Thursday, December 24, 2009

Speech and Cemeteries: What is appropriate?

cemetery memorial
Union Brings Rat to Cemetery from NBC NYC

What type of behavior and speech is appropriate in a cemetery?

Out of respect and reverence, should we only allow the quiet prayers of the grieving punctuated by the reassuring whir of the weed-whacker and the cautionary beeping of excavators backing up? Should we allow picnics and dog walkers? Do joggers or smokers disrupt the peace of those who have shuffled off their mortal coils?

Many cemeteries are private property, most others belong to the city, state or nation, and they all have rules. In national cemeteries, jogging and picnics are not allowed. In many cemeteries, dogs and evening visitors are prohibited. However, these rules are seldom an issue because in most cemeteries, most days of the year, the cemetery is a very quiet place. And for many, that's just the way the cemetery should be, quiet and peaceful.

Certainly a cemetery needs to be a safe, peaceful and attractive place that allows mourners to commune with their loved ones. A cemetery is different from any other place, it demands respectful behavior on the level of a house of worship, and many times cemeteries are indeed hallowed ground.

At the same time, in order to remain a relevant part of the community and the life of it's citizens, a cemetery must be more than just a place for the dead. The living must also have an interest in the cemetery. It is through the interest and involvement of the community that the value of the cemetery is realized. If the living are not there to enjoy the gardens, to picnic and jog, to fill the place with purpose and meaning, cemeteries come to be viewed as a waste of land, and an unwanted impediment to progress and real estate values.

But how far should the involvement of the living go within the sanctuary of the cemetery?

Should the freedom of speech be regulated in a cemetery? Should political speech such as war protesters be allowed to disrupt a funeral? Should unions be allowed to picket cemeteries for unfair labor practices?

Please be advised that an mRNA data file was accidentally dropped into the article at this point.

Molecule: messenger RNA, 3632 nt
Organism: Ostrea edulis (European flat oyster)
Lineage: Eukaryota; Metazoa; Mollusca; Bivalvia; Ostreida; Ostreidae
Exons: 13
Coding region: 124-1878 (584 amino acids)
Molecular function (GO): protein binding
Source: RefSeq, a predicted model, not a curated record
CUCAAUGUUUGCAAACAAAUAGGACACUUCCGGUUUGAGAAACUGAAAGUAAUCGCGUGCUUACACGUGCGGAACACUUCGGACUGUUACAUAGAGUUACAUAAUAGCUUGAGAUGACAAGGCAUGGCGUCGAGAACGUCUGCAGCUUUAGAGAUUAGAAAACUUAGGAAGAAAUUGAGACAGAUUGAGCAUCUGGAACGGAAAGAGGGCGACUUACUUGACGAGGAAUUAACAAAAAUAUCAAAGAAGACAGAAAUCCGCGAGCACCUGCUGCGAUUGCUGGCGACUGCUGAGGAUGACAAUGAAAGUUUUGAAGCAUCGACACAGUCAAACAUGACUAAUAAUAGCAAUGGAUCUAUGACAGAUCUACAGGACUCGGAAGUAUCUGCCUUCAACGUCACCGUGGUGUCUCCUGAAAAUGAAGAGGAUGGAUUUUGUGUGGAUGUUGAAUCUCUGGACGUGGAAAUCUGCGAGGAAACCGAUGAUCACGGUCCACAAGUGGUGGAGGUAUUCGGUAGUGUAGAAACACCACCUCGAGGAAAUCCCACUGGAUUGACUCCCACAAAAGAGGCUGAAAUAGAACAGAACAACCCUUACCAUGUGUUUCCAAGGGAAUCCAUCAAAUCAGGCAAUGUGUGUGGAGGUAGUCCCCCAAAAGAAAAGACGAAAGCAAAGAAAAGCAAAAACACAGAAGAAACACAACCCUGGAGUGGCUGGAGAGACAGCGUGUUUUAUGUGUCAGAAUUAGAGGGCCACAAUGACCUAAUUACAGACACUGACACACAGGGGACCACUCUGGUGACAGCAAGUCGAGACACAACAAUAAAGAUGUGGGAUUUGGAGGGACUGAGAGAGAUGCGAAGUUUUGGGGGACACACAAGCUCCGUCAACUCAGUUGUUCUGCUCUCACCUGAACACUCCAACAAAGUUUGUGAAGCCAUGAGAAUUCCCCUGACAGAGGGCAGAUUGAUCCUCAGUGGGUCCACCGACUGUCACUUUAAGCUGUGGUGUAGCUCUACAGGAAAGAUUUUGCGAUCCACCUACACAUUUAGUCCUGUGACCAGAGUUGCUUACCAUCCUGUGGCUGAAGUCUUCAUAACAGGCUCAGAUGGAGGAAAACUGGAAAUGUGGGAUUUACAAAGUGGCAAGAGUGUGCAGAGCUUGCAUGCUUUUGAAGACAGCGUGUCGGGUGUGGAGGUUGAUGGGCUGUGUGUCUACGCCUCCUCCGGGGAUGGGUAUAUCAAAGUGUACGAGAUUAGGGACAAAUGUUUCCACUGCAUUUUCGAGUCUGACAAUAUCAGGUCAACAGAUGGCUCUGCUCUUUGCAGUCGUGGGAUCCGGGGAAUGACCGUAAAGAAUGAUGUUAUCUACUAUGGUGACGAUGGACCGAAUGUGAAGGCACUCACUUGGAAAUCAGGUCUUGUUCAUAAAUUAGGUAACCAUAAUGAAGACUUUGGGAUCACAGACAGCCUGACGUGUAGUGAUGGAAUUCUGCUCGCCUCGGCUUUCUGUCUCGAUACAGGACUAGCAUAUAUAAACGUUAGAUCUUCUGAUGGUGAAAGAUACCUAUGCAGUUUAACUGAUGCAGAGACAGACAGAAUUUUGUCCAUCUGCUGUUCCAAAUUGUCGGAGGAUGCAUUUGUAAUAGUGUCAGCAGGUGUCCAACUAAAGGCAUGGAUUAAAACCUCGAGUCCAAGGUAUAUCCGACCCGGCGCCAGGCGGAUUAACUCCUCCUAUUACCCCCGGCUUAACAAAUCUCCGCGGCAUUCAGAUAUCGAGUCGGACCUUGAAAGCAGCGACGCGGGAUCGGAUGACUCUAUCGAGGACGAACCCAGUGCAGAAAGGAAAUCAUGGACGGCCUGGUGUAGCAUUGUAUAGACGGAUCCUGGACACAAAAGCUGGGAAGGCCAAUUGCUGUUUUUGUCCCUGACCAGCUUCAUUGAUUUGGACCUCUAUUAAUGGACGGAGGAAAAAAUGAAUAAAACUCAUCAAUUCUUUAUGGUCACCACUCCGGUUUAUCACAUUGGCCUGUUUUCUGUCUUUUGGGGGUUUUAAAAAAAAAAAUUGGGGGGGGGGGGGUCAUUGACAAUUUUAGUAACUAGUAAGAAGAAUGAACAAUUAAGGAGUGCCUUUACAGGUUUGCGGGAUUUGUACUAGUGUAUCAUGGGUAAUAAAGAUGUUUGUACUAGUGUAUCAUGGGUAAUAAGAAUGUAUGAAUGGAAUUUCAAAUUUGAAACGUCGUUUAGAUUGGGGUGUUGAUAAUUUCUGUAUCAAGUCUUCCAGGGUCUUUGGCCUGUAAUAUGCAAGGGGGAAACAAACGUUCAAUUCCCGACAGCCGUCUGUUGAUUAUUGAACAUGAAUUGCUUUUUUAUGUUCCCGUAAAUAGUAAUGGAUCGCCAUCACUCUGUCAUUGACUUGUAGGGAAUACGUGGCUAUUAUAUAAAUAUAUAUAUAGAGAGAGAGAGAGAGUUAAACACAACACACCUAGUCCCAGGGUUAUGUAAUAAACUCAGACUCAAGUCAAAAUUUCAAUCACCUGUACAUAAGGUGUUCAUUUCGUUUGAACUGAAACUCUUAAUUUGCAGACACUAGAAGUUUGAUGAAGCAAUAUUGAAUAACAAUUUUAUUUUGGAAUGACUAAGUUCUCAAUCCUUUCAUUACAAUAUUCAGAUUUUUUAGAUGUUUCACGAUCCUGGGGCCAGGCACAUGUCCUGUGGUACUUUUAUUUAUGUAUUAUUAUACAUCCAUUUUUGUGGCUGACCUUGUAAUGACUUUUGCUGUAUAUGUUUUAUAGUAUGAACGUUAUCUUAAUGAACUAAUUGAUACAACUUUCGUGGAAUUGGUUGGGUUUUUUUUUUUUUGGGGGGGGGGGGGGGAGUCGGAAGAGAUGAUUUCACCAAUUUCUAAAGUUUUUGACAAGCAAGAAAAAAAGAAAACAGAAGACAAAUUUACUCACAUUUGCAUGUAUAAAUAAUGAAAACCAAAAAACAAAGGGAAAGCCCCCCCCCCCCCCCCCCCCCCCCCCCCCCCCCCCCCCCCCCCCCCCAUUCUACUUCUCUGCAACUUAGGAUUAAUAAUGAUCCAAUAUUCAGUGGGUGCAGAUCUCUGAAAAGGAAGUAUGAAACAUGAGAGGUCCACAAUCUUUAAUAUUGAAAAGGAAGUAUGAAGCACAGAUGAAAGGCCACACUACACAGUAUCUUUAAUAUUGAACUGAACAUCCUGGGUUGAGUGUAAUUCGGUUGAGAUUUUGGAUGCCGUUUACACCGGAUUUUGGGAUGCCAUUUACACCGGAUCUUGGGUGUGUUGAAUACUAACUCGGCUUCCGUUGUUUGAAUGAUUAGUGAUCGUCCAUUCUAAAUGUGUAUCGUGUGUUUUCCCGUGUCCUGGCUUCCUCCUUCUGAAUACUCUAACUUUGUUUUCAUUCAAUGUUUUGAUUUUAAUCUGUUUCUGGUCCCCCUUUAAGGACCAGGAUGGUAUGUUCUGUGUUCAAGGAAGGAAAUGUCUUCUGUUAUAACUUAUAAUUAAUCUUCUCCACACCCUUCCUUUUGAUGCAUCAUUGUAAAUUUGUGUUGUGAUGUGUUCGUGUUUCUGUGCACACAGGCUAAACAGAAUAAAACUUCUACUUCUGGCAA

In the news today, Union protesters in Long Island picketed and installed a giant inflatable rat outside Holy Rood Cemetery. Perhaps the protest would not have generated much notice, but falling as is did, during the Christmas season, when many people visit and decorate the graves of their loved ones, the protest drew some strong reactions. Here is an excerpt from the NBC NYC article, and accompanying video:

Protesters waved signs, passersby honked their horns in support, and a huge inflatable "rat" stood by, signaling that this was a union demonstration. All pretty standard, except for one thing -- this protest was being staged outside the Cemetery of the Holy Rood in Westbury, Long Island. "I don't think the way we are handling this is inappropriate," said laborers' local 66 organizer John O'Brien. For much of the past week, O'Brien and his men have picketed the cemetery, claiming it is using non-union workers for the installation of pre-fabricated crypts. -NBC NYC

View more news videos at:

I don't like to see this kind of thing in a cemetery. I hate to think of a grieving family confronted with shouting and a giant rat at a very delicate and emotional time. I really can't stand the idea of protesters harassing the grieving families of fallen soldiers. What's more, I'm not convinced that workers have been exploited at this cemetery. I wonder though, if there really was an injustice, would the exploitation or the giant rat be more of an affront to the repose of the dead?

The problem with the freedom of speech is that it only counts when the speech makes us uncomfortable. No one needs protection to say something everyone agrees with; it is the controversial and unpopular message that our freedom of speech was created to protect. Protecting our freedom of speech, in turn, protects us all by allowing the voices of dissent to be heard and considered.

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Funeral service faces a crisis of relevance, and I am passionate about keeping the best traditions of service alive while adapting to the changing needs of families. Feel free to contact me with questions, or to share your thoughts on funeral service, ritual, and memorialization.